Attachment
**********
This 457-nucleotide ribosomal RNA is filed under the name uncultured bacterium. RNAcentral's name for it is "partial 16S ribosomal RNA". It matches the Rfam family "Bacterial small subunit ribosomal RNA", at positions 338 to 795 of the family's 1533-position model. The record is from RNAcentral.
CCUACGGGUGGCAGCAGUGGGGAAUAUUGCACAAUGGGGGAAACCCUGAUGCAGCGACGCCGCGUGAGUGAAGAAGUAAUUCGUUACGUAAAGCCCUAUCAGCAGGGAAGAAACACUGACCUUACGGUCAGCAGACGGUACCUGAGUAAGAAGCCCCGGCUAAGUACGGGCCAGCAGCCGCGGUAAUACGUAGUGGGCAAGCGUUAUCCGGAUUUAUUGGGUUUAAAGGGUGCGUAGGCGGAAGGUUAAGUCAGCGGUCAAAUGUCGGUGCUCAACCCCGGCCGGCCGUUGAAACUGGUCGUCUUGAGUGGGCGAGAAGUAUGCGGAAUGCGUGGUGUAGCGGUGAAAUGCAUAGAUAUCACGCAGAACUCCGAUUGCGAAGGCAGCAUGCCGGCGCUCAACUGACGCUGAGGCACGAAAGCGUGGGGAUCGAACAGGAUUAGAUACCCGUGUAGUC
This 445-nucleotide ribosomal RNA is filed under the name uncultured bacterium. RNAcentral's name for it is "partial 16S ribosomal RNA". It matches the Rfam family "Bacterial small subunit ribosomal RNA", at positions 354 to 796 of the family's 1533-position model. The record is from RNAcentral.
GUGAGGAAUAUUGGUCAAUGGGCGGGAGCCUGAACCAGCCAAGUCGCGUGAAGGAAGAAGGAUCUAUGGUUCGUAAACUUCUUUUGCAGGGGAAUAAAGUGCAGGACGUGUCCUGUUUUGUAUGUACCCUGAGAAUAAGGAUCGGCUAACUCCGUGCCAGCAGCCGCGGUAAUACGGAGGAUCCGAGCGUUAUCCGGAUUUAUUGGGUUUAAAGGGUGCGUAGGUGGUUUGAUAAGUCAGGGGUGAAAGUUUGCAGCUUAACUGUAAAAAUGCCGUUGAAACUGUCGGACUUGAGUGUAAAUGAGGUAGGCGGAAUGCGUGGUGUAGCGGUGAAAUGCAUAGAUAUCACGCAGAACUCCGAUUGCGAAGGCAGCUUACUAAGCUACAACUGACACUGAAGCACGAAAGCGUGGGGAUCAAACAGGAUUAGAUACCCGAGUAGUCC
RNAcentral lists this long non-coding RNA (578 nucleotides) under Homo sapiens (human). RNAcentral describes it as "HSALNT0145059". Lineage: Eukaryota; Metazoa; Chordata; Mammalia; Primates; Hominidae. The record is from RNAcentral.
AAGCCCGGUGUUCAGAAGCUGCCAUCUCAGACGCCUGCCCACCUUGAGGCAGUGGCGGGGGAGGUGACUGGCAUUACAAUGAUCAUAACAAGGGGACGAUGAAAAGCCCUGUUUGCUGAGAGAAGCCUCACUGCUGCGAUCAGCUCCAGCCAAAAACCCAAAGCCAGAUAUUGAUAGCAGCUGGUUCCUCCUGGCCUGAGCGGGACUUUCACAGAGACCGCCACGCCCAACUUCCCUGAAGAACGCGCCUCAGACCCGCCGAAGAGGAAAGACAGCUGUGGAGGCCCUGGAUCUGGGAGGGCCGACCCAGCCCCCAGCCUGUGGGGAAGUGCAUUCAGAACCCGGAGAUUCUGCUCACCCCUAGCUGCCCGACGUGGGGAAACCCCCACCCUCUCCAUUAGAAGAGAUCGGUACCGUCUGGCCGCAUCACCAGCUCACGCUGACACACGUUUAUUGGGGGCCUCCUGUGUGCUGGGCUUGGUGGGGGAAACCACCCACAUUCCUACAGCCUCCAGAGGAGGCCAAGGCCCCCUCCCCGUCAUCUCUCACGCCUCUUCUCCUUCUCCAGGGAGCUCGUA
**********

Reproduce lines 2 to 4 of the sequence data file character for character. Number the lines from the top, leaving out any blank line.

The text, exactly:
CCUACGGGUGGCAGCAGUGGGGAAUAUUGCACAAUGGGGGAAACCCUGAUGCAGCGACGCCGCGUGAGUGAAGAAGUAAUUCGUUACGUAAAGCCCUAUCAGCAGGGAAGAAACACUGACCUUACGGUCAGCAGACGGUACCUGAGUAAGAAGCCCCGGCUAAGUACGGGCCAGCAGCCGCGGUAAUACGUAGUGGGCAAGCGUUAUCCGGAUUUAUUGGGUUUAAAGGGUGCGUAGGCGGAAGGUUAAGUCAGCGGUCAAAUGUCGGUGCUCAACCCCGGCCGGCCGUUGAAACUGGUCGUCUUGAGUGGGCGAGAAGUAUGCGGAAUGCGUGGUGUAGCGGUGAAAUGCAUAGAUAUCACGCAGAACUCCGAUUGCGAAGGCAGCAUGCCGGCGCUCAACUGACGCUGAGGCACGAAAGCGUGGGGAUCGAACAGGAUUAGAUACCCGUGUAGUC
This 445-nucleotide ribosomal RNA is filed under the name uncultured bacterium. RNAcentral's name for it is "partial 16S ribosomal RNA". It matches the Rfam family "Bacterial small subunit ribosomal RNA", at positions 354 to 796 of the family's 1533-position model. The record is from RNAcentral.
GUGAGGAAUAUUGGUCAAUGGGCGGGAGCCUGAACCAGCCAAGUCGCGUGAAGGAAGAAGGAUCUAUGGUUCGUAAACUUCUUUUGCAGGGGAAUAAAGUGCAGGACGUGUCCUGUUUUGUAUGUACCCUGAGAAUAAGGAUCGGCUAACUCCGUGCCAGCAGCCGCGGUAAUACGGAGGAUCCGAGCGUUAUCCGGAUUUAUUGGGUUUAAAGGGUGCGUAGGUGGUUUGAUAAGUCAGGGGUGAAAGUUUGCAGCUUAACUGUAAAAAUGCCGUUGAAACUGUCGGACUUGAGUGUAAAUGAGGUAGGCGGAAUGCGUGGUGUAGCGGUGAAAUGCAUAGAUAUCACGCAGAACUCCGAUUGCGAAGGCAGCUUACUAAGCUACAACUGACACUGAAGCACGAAAGCGUGGGGAUCAAACAGGAUUAGAUACCCGAGUAGUCC